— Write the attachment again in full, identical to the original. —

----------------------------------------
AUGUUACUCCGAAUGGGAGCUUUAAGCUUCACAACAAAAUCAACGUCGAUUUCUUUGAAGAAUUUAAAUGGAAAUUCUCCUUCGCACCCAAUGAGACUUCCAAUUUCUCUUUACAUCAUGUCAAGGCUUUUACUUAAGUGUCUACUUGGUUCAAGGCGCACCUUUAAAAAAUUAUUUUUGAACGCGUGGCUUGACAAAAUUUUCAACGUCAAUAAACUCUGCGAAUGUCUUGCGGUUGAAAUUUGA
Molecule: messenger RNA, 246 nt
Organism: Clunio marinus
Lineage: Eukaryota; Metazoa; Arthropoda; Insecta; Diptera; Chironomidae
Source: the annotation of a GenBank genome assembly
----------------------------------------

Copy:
AUGUUACUCCGAAUGGGAGCUUUAAGCUUCACAACAAAAUCAACGUCGAUUUCUUUGAAGAAUUUAAAUGGAAAUUCUCCUUCGCACCCAAUGAGACUUCCAAUUUCUCUUUACAUCAUGUCAAGGCUUUUACUUAAGUGUCUACUUGGUUCAAGGCGCACCUUUAAAAAAUUAUUUUUGAACGCGUGGCUUGACAAAAUUUUCAACGUCAAUAAACUCUGCGAAUGUCUUGCGGUUGAAAUUUGA
Molecule: messenger RNA, 246 nt
Organism: Clunio marinus
Lineage: Eukaryota; Metazoa; Arthropoda; Insecta; Diptera; Chironomidae
Source: the annotation of a GenBank genome assembly